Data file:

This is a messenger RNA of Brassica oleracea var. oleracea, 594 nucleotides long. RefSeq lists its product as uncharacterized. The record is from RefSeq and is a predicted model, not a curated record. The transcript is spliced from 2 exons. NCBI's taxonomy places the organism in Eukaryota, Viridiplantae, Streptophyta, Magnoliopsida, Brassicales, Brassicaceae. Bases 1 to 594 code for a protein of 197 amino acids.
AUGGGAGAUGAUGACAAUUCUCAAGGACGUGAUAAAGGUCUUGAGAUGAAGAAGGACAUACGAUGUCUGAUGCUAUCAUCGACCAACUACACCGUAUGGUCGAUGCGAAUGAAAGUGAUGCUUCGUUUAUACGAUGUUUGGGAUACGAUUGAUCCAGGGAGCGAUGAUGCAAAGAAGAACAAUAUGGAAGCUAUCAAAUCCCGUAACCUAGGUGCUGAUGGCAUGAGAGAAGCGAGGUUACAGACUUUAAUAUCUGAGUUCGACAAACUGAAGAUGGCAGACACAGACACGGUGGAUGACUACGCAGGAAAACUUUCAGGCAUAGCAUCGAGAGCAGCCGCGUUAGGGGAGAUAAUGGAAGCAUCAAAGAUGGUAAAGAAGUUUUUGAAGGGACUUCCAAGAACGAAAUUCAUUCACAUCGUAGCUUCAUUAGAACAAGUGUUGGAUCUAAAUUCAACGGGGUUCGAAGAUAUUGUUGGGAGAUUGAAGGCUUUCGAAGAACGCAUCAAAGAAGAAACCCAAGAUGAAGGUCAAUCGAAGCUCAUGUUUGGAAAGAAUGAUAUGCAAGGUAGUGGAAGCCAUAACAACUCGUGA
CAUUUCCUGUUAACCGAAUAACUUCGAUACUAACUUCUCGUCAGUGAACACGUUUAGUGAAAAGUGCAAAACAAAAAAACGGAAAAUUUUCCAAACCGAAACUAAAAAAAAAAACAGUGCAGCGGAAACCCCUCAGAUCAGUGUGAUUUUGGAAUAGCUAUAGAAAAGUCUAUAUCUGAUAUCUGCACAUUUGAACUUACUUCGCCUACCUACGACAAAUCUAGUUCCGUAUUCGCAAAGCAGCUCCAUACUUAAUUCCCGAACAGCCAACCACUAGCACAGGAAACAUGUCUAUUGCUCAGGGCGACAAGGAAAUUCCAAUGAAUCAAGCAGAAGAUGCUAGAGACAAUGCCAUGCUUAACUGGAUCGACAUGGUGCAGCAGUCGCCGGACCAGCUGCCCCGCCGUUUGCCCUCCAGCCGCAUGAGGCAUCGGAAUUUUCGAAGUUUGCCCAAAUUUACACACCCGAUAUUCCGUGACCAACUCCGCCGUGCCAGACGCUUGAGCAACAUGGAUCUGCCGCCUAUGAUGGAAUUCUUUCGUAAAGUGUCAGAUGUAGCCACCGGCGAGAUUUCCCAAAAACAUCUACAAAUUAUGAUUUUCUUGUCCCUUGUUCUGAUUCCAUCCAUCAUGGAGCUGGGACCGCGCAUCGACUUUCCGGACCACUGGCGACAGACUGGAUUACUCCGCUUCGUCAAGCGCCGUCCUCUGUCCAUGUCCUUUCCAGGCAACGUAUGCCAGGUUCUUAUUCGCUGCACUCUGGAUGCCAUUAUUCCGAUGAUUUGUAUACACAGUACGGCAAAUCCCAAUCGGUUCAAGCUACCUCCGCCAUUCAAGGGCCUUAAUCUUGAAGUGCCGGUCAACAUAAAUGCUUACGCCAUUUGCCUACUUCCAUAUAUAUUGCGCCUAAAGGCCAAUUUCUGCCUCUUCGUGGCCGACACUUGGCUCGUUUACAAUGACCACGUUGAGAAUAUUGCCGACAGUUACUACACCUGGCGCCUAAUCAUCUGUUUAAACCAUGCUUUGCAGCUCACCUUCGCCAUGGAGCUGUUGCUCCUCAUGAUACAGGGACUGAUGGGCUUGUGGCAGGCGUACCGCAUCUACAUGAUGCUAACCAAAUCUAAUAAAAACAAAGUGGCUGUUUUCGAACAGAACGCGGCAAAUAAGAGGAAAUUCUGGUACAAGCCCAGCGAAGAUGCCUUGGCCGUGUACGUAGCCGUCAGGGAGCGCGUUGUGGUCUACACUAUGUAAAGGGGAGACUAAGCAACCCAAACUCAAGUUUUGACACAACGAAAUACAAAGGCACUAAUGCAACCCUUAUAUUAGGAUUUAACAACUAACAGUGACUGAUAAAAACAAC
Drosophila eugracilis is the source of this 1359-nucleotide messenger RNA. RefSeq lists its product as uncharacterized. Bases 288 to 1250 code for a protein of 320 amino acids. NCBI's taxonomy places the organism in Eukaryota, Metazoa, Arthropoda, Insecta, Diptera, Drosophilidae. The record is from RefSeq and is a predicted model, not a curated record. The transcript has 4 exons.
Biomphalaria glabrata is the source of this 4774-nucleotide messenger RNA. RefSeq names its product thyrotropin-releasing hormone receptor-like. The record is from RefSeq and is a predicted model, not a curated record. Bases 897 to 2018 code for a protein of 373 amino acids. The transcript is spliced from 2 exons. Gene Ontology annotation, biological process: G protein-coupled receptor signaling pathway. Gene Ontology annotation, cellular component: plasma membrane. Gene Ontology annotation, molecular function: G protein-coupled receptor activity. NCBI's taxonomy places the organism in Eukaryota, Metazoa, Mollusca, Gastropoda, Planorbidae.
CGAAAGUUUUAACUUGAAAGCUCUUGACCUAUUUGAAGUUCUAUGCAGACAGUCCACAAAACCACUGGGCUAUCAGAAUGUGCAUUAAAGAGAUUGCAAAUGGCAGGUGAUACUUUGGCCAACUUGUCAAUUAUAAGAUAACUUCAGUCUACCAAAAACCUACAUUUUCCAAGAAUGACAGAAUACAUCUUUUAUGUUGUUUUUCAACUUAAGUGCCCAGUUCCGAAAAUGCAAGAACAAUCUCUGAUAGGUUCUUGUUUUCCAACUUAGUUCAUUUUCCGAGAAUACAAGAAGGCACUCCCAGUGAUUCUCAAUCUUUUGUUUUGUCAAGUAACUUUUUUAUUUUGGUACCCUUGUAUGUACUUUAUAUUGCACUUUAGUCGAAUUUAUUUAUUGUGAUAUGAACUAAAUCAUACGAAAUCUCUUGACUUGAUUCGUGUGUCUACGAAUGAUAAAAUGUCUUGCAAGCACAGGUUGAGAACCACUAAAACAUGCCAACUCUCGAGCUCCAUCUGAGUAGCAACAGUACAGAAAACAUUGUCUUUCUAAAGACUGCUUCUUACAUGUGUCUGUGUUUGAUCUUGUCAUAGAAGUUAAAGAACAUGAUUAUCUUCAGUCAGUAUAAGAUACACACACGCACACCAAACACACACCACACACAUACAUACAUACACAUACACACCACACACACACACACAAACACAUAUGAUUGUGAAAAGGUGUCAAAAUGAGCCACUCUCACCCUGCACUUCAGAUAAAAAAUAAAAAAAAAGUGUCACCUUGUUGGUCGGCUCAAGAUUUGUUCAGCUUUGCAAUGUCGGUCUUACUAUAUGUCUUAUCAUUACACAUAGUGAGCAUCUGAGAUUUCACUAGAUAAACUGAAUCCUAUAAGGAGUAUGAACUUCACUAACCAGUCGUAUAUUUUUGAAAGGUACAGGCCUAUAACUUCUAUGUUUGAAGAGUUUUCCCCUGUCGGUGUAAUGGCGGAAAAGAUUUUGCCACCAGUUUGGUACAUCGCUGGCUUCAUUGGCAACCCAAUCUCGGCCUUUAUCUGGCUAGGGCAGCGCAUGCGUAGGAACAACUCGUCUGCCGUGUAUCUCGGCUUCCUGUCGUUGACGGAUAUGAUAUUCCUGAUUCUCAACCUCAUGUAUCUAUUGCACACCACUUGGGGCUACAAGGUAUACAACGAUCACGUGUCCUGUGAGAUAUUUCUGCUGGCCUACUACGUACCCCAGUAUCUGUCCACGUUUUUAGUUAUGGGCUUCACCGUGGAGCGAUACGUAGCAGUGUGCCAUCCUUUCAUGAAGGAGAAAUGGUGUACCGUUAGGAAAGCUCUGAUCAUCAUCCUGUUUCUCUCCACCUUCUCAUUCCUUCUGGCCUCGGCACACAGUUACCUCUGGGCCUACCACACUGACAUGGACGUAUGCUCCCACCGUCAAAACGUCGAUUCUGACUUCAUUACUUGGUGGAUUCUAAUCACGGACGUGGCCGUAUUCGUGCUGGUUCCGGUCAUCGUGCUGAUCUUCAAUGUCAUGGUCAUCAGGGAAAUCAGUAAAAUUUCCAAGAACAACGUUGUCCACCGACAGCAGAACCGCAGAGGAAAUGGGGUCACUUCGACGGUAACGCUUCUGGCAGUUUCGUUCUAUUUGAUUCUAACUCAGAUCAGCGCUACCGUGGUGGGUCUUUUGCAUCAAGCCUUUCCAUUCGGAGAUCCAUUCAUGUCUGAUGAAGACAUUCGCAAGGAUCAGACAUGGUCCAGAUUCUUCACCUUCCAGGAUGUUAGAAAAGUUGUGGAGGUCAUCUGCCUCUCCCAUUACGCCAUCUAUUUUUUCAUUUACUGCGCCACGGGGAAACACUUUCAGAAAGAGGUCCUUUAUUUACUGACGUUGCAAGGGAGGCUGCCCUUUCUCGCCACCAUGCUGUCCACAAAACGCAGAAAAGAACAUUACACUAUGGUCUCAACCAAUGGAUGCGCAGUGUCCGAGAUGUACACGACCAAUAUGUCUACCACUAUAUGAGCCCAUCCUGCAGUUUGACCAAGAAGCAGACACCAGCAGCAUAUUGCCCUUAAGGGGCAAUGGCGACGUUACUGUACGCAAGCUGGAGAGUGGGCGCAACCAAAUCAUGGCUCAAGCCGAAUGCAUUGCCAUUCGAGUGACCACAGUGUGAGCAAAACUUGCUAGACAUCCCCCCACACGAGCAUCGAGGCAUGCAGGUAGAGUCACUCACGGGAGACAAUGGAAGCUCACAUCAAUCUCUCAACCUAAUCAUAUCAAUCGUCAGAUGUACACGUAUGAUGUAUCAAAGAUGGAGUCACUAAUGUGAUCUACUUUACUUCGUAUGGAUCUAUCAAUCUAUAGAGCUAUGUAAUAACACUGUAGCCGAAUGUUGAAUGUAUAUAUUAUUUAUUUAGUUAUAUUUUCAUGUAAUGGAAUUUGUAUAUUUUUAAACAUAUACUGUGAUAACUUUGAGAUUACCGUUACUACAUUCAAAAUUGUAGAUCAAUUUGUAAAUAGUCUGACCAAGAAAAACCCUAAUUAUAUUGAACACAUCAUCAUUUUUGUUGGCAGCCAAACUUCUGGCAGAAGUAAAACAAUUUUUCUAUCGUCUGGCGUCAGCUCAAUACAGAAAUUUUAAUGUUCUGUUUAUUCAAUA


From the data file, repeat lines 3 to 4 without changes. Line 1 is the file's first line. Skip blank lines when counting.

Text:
CAUUUCCUGUUAACCGAAUAACUUCGAUACUAACUUCUCGUCAGUGAACACGUUUAGUGAAAAGUGCAAAACAAAAAAACGGAAAAUUUUCCAAACCGAAACUAAAAAAAAAAACAGUGCAGCGGAAACCCCUCAGAUCAGUGUGAUUUUGGAAUAGCUAUAGAAAAGUCUAUAUCUGAUAUCUGCACAUUUGAACUUACUUCGCCUACCUACGACAAAUCUAGUUCCGUAUUCGCAAAGCAGCUCCAUACUUAAUUCCCGAACAGCCAACCACUAGCACAGGAAACAUGUCUAUUGCUCAGGGCGACAAGGAAAUUCCAAUGAAUCAAGCAGAAGAUGCUAGAGACAAUGCCAUGCUUAACUGGAUCGACAUGGUGCAGCAGUCGCCGGACCAGCUGCCCCGCCGUUUGCCCUCCAGCCGCAUGAGGCAUCGGAAUUUUCGAAGUUUGCCCAAAUUUACACACCCGAUAUUCCGUGACCAACUCCGCCGUGCCAGACGCUUGAGCAACAUGGAUCUGCCGCCUAUGAUGGAAUUCUUUCGUAAAGUGUCAGAUGUAGCCACCGGCGAGAUUUCCCAAAAACAUCUACAAAUUAUGAUUUUCUUGUCCCUUGUUCUGAUUCCAUCCAUCAUGGAGCUGGGACCGCGCAUCGACUUUCCGGACCACUGGCGACAGACUGGAUUACUCCGCUUCGUCAAGCGCCGUCCUCUGUCCAUGUCCUUUCCAGGCAACGUAUGCCAGGUUCUUAUUCGCUGCACUCUGGAUGCCAUUAUUCCGAUGAUUUGUAUACACAGUACGGCAAAUCCCAAUCGGUUCAAGCUACCUCCGCCAUUCAAGGGCCUUAAUCUUGAAGUGCCGGUCAACAUAAAUGCUUACGCCAUUUGCCUACUUCCAUAUAUAUUGCGCCUAAAGGCCAAUUUCUGCCUCUUCGUGGCCGACACUUGGCUCGUUUACAAUGACCACGUUGAGAAUAUUGCCGACAGUUACUACACCUGGCGCCUAAUCAUCUGUUUAAACCAUGCUUUGCAGCUCACCUUCGCCAUGGAGCUGUUGCUCCUCAUGAUACAGGGACUGAUGGGCUUGUGGCAGGCGUACCGCAUCUACAUGAUGCUAACCAAAUCUAAUAAAAACAAAGUGGCUGUUUUCGAACAGAACGCGGCAAAUAAGAGGAAAUUCUGGUACAAGCCCAGCGAAGAUGCCUUGGCCGUGUACGUAGCCGUCAGGGAGCGCGUUGUGGUCUACACUAUGUAAAGGGGAGACUAAGCAACCCAAACUCAAGUUUUGACACAACGAAAUACAAAGGCACUAAUGCAACCCUUAUAUUAGGAUUUAACAACUAACAGUGACUGAUAAAAACAAC
Drosophila eugracilis is the source of this 1359-nucleotide messenger RNA. RefSeq lists its product as uncharacterized. Bases 288 to 1250 code for a protein of 320 amino acids. NCBI's taxonomy places the organism in Eukaryota, Metazoa, Arthropoda, Insecta, Diptera, Drosophilidae. The record is from RefSeq and is a predicted model, not a curated record. The transcript has 4 exons.